Since Hayley Kiyoko’s “#20GAYTEEN” hashtag went viral on New Year’s Day, 2018 has been an impressive year for LGBTQ musicians, with Troye Sivan, Janelle Monáe, Halsey and Kiyoko herself all highlighting the rainbow hues in pop culture. But not every queer musician got the attention they deserved: Across genres — from hip-hop to K-pop, from folk to house — queer artists released some of the coolest, most forward-thinking music without due fanfare.
That’s where we come in. Before we move on to 2019, here are 50 great songs you might have missed by LGBTQ artists that deserve your full attention. If there’s any justice, maybe some of these standout tracks will see a delayed (but overdue) surge in the new year. See them all in alphabetical order by artist below, and find a Spotify playlist with all 50 of them at the end of the post.
Bay Area transfemme musician Star Amerasu flips the script with the futuristic lead single from her exceptional debut full-length, Star. Tired of being heartbroken, she revels in her new role of ghosting and running away from men before they can crush her.
Aja feat. Mitch Ferrino, “Brujeria”
Drag Race fav Aja delivers aggressive bars — and shoutouts to witchy favs like Stevie Nicks, Glinda and Marie Laveau — over a drum-heavy tribal beat.
Alextbh, “Still Mine”
Those looking to spice up their sexytime playlist need not look further: queer Malaysian singer Alextbh delivers on this vibey ‘90s R&B-infused bedroom jam.
Ames, “Picture in My Mind”
Songwriter Amy Kuney (Kelly Clarkson, Michelle Branch) recounts the modern day horror of seeing an ex’s every move on social media with this hazy slow jam. “I’m happy for them, but also — they’re like flaunting this stuff,” she tells Billboard. “I shouldn’t have to see that.”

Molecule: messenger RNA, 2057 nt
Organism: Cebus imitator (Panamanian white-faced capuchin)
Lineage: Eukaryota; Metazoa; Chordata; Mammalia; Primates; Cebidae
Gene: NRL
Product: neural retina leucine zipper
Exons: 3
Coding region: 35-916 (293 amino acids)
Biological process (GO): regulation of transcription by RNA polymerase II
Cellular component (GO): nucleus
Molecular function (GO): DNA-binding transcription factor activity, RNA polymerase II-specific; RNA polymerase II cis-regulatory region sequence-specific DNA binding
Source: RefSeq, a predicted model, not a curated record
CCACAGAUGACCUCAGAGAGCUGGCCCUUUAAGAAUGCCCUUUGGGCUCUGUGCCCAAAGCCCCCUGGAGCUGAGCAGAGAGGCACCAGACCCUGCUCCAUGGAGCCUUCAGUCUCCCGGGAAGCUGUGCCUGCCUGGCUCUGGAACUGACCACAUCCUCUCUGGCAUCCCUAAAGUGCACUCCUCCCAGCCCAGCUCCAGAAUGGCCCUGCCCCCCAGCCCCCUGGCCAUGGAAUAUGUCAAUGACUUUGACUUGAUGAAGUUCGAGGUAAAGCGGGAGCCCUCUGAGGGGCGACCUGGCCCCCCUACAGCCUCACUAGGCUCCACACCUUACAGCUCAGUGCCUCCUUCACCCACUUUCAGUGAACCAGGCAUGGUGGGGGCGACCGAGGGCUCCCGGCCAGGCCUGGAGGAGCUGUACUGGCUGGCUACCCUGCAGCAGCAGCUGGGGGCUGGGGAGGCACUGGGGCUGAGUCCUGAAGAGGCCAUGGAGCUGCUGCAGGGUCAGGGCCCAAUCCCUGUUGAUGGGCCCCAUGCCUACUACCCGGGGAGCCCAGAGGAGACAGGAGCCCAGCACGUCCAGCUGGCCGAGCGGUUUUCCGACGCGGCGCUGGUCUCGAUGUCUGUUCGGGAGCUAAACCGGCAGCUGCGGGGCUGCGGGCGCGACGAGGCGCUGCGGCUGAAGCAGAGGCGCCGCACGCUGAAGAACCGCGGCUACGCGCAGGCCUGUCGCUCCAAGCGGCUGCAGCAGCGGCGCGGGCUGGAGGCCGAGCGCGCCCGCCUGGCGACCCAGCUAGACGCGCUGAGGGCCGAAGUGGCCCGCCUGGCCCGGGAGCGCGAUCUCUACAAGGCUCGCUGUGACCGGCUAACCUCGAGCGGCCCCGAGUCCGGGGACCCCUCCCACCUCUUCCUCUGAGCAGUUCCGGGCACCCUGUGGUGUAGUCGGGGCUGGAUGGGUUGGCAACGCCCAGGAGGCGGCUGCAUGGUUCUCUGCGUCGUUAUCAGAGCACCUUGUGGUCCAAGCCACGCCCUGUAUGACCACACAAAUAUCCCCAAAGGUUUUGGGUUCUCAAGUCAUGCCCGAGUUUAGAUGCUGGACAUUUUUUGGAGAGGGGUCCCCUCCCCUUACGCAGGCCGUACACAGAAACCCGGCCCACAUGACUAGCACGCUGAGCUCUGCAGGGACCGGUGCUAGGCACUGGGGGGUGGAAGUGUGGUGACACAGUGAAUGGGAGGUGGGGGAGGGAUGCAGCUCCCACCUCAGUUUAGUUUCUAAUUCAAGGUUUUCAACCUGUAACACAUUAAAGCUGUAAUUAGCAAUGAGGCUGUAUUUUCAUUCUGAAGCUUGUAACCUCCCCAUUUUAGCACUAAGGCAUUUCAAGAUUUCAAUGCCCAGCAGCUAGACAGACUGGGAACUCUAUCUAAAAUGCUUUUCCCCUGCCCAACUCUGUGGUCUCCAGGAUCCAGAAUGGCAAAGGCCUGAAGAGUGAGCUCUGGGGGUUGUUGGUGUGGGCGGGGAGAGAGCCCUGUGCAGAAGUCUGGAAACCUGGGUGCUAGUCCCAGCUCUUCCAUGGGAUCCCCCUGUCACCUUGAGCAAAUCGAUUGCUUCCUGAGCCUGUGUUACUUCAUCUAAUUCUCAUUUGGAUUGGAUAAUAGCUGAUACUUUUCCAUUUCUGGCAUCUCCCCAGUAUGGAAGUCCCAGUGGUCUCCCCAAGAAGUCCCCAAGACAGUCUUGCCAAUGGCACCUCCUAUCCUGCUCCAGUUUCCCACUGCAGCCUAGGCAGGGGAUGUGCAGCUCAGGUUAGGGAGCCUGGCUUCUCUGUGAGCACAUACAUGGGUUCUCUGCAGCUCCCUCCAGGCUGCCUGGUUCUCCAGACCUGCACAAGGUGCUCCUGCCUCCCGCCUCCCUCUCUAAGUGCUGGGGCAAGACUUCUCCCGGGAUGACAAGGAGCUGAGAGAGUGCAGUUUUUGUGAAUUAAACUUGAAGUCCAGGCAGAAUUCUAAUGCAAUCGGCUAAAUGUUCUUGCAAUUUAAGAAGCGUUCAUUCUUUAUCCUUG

Baum, “This Body”
“Don’t call me Barbie/ does it look like I own a fucking thing in pink?,” asks Baum in the first verse of this empowering middle finger to gender roles. She says that she wrote the song after she was aggressively catcalled: “In that moment, I felt like all my power was taken away.”
Big Momma feat. CupcakKe, “No Fats, No Femmes”
Florida rapper Big Momma turns the popular cringy Grindr profile disclaimer “no fats, no femmes,” on its head for this empowering rap anthem — with a guest verse from the biggest LGBTQ ally in hip-hop, CupcakKe.
Brandi Carlile, “Every Time I Hear That Song”
While this track is a breakup ballad, the first line in the chorus doubles as the title of Brandi Carlile’s critically-acclaimed sixth studio album, By The Way, I Forgive You. Ahead of the album’s release, the folk singer (and most-nominated female artist headed into the 2019 Grammys) launched an initiative to have fans share their stories of forgiveness. Carlile shared a story of a pastor who refused to baptize her when she was a gay teenager: “It was not so much that you wouldn’t or couldn’t do it because of the tenants put in place by the Baptist rules and traditions, but because you waited until all my family and friends were present and waiting in the pews for the ceremony.”
Brandon Stansell, “Hometown”
LGBTQ representation in the country scene is stil sparce, but artists like Nashville-native Brandon Stansell are making waves: his touching music video for “Hometown” — which draws inspiration from his own coming out story — debuted on CMT in November, bringing a queer storyline to the network’s country music fans. “I think that people, especially in the south, who listen to country music are more open and loving than we give them credit to be,” Stansell tells Billboard. “We just have to give them the opportunity to show us.”
Brooke Candy feat. Lil Aaron, “Nuts”
“I go nuts/ They call me nuts/ I go nuts/ So don’t you wanna go fucking nuts?,” shouts Brooke Candy as she channels her inner ‘90s riot grrrl over a crunchy guitar loop and skittering percussion.
Carlie Hanson, “Mood”
It takes a very specific conviction to sell lyrics like “Taking pictures of our pictures so they know we cool/ That’s my mood,” but Gen-Z pop singer (and Troye Sivan tour mate) Carlie Hanson pulls it off with unflinching confidence.
Carlos Vara, “Numb”
This bluesy wave-crasher may sound like a break-up jam at its surface, but Carlos Vara wrote it about the numbness he felt after coming out. “It was really written at a time in my life when there were just so many emotions going on with a bunch of different relationships and I felt, well, numb to it all,” he tells Billboard. “It was all a blur.”